The unifying factor in many debates between experts, barristers and the judiciary about psychological diagnosis is that ‘something traumatic or stressful’ in the claimant’s history has been partly responsible for the cluster of psychological symptoms that have allegedly developed into a psychological injury.
Whatever diagnosis is arrived at, the key questions for the Court are:
- Did the claimant at any time develop a recognised psychological disorder? This means a cluster of valid and reliable psychological symptoms which were disruptive socially, psychologically and/or occupational and which met the criteria for one (or more) diagnoses in either of the two main clarification schemes, DSM-5 (APA, 2013) or ICD-10 (WHO, 1992).
- Can this disorder be attributed to a given index event, or did it pre-exist or post-exist the index event.
The group of diagnoses typically considered in civil cases where there has been a significant single event with or without physical injury include the following:
- Post-Traumatic Stress Disorder (PTSD) (DSM-V 309.81)
- Acute Stress Disorder (ASD) (DSM-V 308.3)
- Adjustment Disorder (DSM -V 309.28)
- Other Specified Trauma or Stressor–related disorders (DSM-V 309.89)
- Somatic Symptoms Disorder (DSM-V 300.82)
- Specific Phobia Disorder (DSM-V 300.29)
Post-Traumatic Stress Disorder (DSM-V 309.81)
In this disorder, after a distressing event, the claimant experiences the following (Morrison, 2014):
- Repeatedly reliving the event, in nightmares (upsetting dreams), dissociative flashbacks, with physiological sensations e.g. racing heart or distress.
- Takes steps to avoid the fear: refusing to watch television or to read accounts of the event.
- Becoming negative in their thinking: with persistently negative moods, gloomy thoughts (“’I’m useless,” “The world’s a mess”).
- Experiencing symptoms of irritability and excessive vigilance.
The criteria for ASD are similar to those required for PTSD (Morrison, 2014). If symptoms last 4 weeks or longer, then the PTSD diagnosis is used.
Adjustment Disorder (DSMV 309.28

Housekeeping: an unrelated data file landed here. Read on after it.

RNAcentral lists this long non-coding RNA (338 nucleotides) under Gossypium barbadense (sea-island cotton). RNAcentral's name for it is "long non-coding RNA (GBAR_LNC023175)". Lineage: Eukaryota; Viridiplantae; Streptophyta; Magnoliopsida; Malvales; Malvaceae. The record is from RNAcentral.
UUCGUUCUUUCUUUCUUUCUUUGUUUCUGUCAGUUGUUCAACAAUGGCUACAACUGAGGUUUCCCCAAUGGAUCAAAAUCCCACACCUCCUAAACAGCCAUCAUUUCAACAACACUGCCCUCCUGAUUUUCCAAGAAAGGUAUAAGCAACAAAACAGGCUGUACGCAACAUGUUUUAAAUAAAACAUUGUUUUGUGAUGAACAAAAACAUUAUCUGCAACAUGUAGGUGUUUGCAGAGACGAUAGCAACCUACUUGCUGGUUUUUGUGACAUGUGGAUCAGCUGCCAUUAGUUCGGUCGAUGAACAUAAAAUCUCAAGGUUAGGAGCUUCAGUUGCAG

Whether the index event is as life-threatening as it is in PTSD or ASD, a person who experiences a significant ‘stressor’ can develop symptoms of depression (mood and sleep disturbance, tearfulness, low self-esteem), anxiety (focused or generalised, physical or emotional) and behavioural symptoms of avoidance and poor performance.
This cluster typically starts within 3 months of the index event and stops within 6 months of the stressor’s end.
The quality of this disorder is different from that of PTSD or ASD and is typically seen as less severe. This is reflected in prognosis and quantum assessment.
Other Specified Trauma- or Stressor Related-Disorder (DSMV 309.89)
This diagnosis is used when there is an evident stressor or trauma which has caused significant distress in social, occupational or psychological areas, but the other criteria for an Adjustment Disorder are not necessarily met.
Examples include delayed onset (although this concept is controversial); prolonged duration beyond 6 months and persistent complex behavioural disorder (with several and persistent grief and mourning).
Somatic Symptoms Disorder (DSMV 300.82)
With a proportion of patients, a problematic presentation involving pain is seen which consists of:
• Pain that seems excessive and chronic with no medical cause.
• Pain that doesn’t improve despite treatment that helps most patients
• Excessive concern and preoccupation with pain
• Magnified nonverbal expression
Specific Phobia (DSMV 300.29)
Some claimants develop a significant fear of road travel e.g. driving on motorways, at night, being a passenger, being a pedestrian with associated high anxiety with avoidance of some/all travel situations.
It is also maintained by irrational (albeit understandable) fear of the likeliness of another similar accidents e.g., a phobic driver may think the chance of another accident is 50/50, causing panic.
Psychological assessment of trauma requires a logical and impartial approach to understanding what the claimant has been through. It must also investigate whether the claimant was already supplying a pre-existing psychological disorder or had a vulnerability to developing a trauma-related or anxiety-related disorder.
Being involved in a non-fault significant traumatic event is very distressing and all parties included in describing this with the claimant, whether they be medico-legal experts, lawyers or barristers have a duty to be empathetic to the claimant’s experience over and above their duty to the law to produce independent opinions that are robust, reliable and valid.
- Koch HCH, Adeleye N, Willows J and Harrop C (2019) Post Traumatic Stress Disorder – Contemporary analysis of medico-legal evidential issues. Expert Witness Journal, Summer 2019 42-50
- Morrison J (2014) DSM-5 Made Easy: The clinician’s guide to diagnosis. Guilford Press. New York.